This week in China, a teenager gave birth to a baby girl meters away from a hospital, and to the horror of many onlookers, the teenager’s mother told the girl to abandon her baby.
According to the Daily Mail, the mother of the Jiaxing teen had not known that her daughter was pregnant until the girl began to give birth.
Despite being feet away from the nearest hospital, the new grandmother reportedly tossed the baby into the street, telling her daughter that they could not keep the baby because the teen “was too young to be a mother.”
The article reports the new mother and the newborn child later were taken to the hospital by the hospital’s security guards and treated.
While this new mother and child were able to get treatment, the same is not the case for many children in China. Sadly, infanticide is still very common in the country, due to the fact that China still practices a two-child policy. The population control policy has led to forced abortions, infanticide and forced sterilizations.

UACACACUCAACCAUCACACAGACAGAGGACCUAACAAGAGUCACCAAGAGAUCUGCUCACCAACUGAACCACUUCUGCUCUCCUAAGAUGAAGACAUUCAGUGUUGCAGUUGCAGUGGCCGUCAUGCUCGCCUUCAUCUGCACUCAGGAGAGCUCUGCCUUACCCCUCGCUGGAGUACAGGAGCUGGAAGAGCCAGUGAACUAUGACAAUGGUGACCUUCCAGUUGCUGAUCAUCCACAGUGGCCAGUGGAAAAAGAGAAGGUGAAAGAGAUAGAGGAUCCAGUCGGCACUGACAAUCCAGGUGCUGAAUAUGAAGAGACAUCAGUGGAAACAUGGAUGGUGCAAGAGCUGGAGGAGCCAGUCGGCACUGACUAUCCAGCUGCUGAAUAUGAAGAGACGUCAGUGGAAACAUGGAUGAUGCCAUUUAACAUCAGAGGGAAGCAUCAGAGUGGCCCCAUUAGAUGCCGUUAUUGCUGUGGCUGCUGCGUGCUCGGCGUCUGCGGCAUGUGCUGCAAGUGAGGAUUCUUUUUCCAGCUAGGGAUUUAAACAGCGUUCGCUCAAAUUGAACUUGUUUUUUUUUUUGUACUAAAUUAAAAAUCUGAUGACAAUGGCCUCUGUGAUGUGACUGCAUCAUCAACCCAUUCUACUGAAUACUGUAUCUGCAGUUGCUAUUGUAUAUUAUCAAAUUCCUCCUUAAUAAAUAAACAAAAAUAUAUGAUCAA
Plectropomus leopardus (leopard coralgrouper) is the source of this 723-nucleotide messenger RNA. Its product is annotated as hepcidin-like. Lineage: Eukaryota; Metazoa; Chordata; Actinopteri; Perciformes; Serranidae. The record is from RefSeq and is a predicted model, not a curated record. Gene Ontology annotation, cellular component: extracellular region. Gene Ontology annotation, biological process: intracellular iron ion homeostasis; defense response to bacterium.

Reggie Littlejohn, the founder of Women’s Rights Without Frontiers, which works in China, explained the policy in further detail:
According to the most recent report of the Congressional-Executive Commission on China, China’s Family Planning Laws require couples to be married to have children. The implementation of the Family Planning Laws is not uniform across China, but is subject to provincial regulation. In some places, an unmarried woman who is pregnant may be forced to pay a “social compensation fee” of up to ten times her annual salary. I call these “terror fines.” If she cannot pay the fine, she may be required to abort.
The discrimination does not end with aborting “one child too many.” Gendercide is rampant in China as well, because families often favor having boys over girls. Whether the girls are killed in or out of the womb, the impact is felt in China.
According to All Girls Allowed, sex-selective abortions account for the excess of males in China, and by 2020, the Chinese government estimates there will be 40 million more males than females.
While abandoning children may be a criminal offense in China, it is evident that the government does not hold the same regard for its youngest and most vulnerable citizens: the ones in the womb. Stories like the teen and her mother in Jiaxing will continue to make headlines until China changes its policy dictating who gets to live.